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Snapshot of the Philippines – English and Tagalog (also known as Filipino) are the two official languages of the Philippines, though there are several other major regional languages, most notably Cebuano (spoken in the Central Visayas region), Ilokano (spoken in northern Luzon), and Hiligaynon (spoken in the western Visayas and Mindanao). About 90% of the population in the Philippines is Christian, with the vast majority belonging to the Roman Catholic Church. However, a few southern areas, including the Sulu Archipelago, have a primarily Muslim population. Philippine culture is influenced by Malay, Spanish, and American cultures. Events such as barrio fiestas (neighborhood festivals) are common events featuring music, food, and dancing. The use of English as an official language has helped make many American trends popular in the Philippines as well, such as fast food, rock and hip hop music, and films. Basketball is the most popular sport in the Philippines, though boxing, soccer, and volleyball are also popular. The Philippine martial art style Arnis is considered the national martial art. Eating out and regular snacks between main meals are popular in the Philippines. Rice is one of the staple foods in the Philippine. Corn, adobo (meat stew using pork or chicken), meat and vegetable rolls, seafood, empanadas, and several varieties of fruit and vegetable are also commonly eaten. Roasted pig is often served as the main course for festivals and special occasions.
We are still collecting information on the Philippines Cauayan Mission. If you served in this mission and are willing to share your experiences with us, please contact us at firstname.lastname@example.org
The Philippines has 675,166 church members, 17 missions and 2 temples.
The church in the Cauayan mission has 5 stakes. Retention is generally low in the Philippines, so missionaries focus a lot on teaching less-active and inactive members.
Missionaries typically find the food to be delicious. The most common food is rice, which you will have for almost every meal with some meat or sometimes vegetables placed on top. The people also like hot drinks (Milo) and noodles.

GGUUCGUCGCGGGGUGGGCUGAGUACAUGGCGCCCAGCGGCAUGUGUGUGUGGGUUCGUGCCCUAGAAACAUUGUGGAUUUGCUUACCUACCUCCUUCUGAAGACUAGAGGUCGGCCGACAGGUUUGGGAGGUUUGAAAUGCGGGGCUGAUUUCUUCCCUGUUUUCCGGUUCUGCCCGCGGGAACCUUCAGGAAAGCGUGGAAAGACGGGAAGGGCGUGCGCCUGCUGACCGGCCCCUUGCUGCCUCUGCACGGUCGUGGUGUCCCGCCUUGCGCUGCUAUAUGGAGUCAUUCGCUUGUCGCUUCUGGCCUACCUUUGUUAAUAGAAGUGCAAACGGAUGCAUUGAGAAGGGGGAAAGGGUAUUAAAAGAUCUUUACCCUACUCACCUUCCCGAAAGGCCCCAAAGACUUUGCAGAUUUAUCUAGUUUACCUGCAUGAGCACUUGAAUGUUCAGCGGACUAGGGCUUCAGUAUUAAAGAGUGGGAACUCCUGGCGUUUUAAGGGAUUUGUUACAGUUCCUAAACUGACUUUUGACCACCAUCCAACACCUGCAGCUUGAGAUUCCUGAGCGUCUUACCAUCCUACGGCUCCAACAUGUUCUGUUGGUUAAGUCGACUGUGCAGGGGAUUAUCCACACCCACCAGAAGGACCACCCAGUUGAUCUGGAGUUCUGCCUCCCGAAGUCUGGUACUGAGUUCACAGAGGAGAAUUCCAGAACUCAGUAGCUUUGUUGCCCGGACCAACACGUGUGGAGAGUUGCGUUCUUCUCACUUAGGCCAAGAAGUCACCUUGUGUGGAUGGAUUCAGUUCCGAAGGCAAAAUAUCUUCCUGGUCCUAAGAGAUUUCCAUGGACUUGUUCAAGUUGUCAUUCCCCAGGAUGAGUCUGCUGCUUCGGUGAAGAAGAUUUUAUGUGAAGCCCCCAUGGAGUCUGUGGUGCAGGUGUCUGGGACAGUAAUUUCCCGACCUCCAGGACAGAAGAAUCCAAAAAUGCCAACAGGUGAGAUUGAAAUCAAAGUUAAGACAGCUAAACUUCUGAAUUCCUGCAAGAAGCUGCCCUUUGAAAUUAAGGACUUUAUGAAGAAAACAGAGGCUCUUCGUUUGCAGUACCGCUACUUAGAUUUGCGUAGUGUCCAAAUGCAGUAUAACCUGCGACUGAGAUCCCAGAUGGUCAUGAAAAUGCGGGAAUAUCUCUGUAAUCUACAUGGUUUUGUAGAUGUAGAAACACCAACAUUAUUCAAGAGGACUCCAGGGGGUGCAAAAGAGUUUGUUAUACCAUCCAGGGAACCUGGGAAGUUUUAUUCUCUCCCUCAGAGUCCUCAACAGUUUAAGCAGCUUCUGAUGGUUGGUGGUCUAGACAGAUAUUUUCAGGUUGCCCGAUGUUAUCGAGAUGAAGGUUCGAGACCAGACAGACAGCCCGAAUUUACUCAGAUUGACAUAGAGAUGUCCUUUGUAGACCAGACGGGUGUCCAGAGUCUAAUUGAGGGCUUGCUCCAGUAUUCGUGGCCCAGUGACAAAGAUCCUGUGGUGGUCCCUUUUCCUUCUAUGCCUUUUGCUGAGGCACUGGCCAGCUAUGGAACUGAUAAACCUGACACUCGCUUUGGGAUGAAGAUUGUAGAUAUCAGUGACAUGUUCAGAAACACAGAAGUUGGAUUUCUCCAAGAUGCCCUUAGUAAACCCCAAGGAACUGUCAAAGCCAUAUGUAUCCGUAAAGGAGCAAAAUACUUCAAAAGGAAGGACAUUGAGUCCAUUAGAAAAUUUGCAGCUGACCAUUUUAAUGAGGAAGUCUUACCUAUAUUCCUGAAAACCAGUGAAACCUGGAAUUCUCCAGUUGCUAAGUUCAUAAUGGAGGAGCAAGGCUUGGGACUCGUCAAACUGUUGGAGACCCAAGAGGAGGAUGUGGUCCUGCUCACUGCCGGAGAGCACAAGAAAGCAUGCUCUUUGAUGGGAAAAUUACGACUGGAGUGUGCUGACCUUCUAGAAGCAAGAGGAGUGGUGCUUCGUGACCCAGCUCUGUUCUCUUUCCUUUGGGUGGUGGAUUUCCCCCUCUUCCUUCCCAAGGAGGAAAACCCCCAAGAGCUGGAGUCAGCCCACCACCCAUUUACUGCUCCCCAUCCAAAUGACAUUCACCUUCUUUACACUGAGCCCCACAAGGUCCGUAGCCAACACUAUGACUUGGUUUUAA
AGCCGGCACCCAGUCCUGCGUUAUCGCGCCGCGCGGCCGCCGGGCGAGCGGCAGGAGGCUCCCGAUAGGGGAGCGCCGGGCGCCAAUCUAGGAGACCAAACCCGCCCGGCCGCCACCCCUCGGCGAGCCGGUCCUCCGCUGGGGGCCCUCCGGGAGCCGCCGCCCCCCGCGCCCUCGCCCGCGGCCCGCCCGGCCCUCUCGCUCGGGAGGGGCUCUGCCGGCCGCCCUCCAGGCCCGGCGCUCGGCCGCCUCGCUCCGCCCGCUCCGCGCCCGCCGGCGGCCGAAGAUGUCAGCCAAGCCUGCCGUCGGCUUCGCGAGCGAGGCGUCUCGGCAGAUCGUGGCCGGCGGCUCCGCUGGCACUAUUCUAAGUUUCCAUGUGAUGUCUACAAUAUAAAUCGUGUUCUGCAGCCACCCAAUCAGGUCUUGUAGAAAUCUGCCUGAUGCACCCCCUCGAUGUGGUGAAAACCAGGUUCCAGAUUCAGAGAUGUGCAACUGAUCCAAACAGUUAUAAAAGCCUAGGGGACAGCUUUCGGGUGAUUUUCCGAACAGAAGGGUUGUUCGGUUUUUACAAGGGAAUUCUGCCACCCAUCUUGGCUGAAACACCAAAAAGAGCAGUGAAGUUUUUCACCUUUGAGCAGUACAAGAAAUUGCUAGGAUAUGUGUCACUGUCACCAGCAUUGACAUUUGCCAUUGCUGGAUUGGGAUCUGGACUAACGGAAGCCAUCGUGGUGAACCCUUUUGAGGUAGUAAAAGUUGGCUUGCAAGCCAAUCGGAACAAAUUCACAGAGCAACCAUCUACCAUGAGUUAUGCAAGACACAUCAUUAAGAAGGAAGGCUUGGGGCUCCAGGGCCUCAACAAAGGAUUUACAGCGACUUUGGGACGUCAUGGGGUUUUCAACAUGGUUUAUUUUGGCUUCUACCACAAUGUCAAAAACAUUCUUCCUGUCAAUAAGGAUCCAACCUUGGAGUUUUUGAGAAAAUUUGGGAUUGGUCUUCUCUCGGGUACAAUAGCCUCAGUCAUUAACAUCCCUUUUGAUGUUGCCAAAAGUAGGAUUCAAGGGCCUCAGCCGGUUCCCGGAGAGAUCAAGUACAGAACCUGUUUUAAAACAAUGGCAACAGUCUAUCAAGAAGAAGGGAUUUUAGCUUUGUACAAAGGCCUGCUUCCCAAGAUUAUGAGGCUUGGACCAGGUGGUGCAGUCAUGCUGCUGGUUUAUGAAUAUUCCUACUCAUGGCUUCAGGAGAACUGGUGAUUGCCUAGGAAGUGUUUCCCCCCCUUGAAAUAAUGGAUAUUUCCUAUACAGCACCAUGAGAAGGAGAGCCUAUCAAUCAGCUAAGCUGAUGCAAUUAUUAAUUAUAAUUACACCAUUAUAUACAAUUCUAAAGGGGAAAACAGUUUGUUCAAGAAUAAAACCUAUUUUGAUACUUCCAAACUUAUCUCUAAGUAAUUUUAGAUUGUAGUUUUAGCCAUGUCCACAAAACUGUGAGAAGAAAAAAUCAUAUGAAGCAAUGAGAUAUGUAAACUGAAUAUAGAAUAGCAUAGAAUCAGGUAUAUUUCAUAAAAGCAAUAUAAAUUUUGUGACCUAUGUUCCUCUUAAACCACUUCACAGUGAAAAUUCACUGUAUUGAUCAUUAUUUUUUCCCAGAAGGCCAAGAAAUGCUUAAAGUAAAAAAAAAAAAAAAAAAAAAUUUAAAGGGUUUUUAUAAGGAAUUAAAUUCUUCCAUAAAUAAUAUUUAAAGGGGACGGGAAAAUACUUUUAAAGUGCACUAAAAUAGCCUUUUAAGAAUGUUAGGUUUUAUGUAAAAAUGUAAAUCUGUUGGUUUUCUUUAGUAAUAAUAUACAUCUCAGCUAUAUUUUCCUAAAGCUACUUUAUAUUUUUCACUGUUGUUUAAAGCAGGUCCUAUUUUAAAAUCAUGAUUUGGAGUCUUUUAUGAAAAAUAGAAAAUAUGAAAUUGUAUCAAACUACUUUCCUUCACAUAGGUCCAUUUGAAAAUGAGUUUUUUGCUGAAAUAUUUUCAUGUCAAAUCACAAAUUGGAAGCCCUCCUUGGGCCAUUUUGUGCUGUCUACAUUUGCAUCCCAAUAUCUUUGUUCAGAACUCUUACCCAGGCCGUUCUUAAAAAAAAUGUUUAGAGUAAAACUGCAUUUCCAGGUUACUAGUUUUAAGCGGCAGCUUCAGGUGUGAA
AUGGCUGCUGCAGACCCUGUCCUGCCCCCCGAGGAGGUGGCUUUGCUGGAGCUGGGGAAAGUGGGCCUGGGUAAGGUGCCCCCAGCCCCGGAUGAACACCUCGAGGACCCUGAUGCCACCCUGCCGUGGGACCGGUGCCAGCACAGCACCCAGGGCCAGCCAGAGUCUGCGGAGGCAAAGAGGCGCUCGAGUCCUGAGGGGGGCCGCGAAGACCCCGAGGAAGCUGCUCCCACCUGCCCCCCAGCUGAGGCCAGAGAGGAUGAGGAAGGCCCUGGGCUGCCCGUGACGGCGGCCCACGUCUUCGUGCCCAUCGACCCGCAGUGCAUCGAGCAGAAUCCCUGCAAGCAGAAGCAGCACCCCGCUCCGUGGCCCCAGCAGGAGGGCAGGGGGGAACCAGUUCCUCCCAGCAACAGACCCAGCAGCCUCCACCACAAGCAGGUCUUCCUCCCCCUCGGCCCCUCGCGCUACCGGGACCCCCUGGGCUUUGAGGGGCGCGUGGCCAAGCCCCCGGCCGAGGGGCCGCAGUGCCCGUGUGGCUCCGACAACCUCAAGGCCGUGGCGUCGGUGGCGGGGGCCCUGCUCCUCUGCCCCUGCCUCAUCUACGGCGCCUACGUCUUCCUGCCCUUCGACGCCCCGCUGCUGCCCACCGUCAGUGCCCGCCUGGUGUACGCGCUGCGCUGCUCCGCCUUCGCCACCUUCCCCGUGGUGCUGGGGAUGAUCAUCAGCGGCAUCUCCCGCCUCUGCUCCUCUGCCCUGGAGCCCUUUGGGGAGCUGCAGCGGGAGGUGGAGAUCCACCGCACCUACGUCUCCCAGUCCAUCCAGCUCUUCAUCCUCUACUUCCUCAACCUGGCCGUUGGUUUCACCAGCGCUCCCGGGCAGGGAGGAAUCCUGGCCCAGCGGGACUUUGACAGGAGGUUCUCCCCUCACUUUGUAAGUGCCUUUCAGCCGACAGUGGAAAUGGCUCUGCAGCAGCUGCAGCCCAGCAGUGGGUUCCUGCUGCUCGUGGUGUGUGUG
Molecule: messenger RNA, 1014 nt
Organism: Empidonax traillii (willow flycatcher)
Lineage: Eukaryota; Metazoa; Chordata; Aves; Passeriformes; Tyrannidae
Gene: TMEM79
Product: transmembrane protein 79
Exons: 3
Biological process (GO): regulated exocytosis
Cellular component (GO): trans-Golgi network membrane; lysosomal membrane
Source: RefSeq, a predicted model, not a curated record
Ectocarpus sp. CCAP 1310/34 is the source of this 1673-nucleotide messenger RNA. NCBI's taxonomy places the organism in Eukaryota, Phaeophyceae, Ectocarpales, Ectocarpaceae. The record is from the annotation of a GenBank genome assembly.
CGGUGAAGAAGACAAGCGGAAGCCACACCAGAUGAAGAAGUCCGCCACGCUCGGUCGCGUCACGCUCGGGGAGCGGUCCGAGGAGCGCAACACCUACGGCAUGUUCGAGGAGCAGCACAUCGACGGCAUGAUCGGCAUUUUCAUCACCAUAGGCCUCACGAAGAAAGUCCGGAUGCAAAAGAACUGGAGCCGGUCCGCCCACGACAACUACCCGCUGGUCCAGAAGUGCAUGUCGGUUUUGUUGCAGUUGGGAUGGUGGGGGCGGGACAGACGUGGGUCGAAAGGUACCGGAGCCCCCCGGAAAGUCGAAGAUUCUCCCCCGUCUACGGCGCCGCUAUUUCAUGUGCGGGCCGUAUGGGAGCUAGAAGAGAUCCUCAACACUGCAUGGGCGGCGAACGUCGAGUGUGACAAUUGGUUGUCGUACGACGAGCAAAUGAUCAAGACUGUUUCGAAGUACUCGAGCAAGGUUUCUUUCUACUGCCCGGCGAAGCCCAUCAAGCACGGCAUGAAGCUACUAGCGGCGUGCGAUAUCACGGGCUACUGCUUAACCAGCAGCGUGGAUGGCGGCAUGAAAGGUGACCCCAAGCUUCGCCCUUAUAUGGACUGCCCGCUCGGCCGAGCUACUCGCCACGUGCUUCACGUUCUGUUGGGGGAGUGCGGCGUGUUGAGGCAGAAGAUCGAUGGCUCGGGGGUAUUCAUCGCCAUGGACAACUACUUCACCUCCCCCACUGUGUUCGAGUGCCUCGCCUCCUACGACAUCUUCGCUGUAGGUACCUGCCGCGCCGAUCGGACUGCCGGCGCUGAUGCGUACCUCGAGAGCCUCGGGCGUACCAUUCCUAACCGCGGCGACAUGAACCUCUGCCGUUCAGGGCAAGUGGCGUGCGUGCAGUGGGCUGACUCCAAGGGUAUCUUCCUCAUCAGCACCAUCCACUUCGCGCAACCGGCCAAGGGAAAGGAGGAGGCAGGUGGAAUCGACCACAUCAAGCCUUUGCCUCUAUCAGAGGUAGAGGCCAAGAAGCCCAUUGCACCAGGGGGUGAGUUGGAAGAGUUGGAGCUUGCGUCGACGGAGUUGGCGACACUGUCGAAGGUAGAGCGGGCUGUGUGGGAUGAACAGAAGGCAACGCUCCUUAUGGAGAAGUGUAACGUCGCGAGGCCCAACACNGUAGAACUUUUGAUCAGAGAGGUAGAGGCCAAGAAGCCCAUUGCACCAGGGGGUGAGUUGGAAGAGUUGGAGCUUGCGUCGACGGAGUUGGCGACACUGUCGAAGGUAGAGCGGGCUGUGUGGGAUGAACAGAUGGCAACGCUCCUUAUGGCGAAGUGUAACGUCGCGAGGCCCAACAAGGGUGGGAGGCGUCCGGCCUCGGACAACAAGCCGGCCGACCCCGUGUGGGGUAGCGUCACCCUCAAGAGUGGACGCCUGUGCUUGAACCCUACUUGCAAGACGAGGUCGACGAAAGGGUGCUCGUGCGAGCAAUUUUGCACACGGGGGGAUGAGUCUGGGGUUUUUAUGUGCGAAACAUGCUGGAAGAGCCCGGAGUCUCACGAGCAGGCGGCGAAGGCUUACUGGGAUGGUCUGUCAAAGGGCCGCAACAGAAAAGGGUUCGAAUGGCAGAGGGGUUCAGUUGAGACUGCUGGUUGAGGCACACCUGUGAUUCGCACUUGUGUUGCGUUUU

Transportation is really easy to use. Along the main highway, there are buses and vans. For shorter distances jeepneys (jeeps converted with benches) and trycies (motorcyles with side cars attached) are used.
“I never felt threatened or unsafe on my mission.”
People generally watch out for each other in the Philippines. THere are some rebel groups in areas that missionaries should avoid, but missionaries rarely encounter problems.
Every October 31 and November 1, the local people deceased family members by going to the cemetery. They also love Christmas and begin celebrating and counting down to it from September 1.
The national languages are English and Filipino although there are many different dialects. The most prominent in the Cauayan mission is llokano, followed by Ibanag and Itawis.
All equipment you need is given to you in the mission or can be bought in the mission field. It is hot in the Philippines so pack light.
The mail system works fine but takes a long time for both letters and packages. Send packages far in advance.
78 Burgos St. District 3
Cauayan City, 3305 Isabela
What items were hard to get or not available?
“Most of the necessary items for daily life were available, especially close to cities. The only thing hard to get was familiar food.
What did you eat the most of?
What is the craziest thing you ate?
“Depends on who you ask. I ate blood, worms, cockroaches, cow intestine…”
What was most surprising about the culture?
“How relaxed the people were about everything; their poverty level, education, the church etc..”
What advice would you give to someone going to the Philippines Cauayan Mission?
“Embrace the people and their culture as something you can learn from and love.”
What do you wish you had known before you served?
“I wish I had known more about how to embrace anybody and everything as unique and somebody or something that God had made as was their to bless.”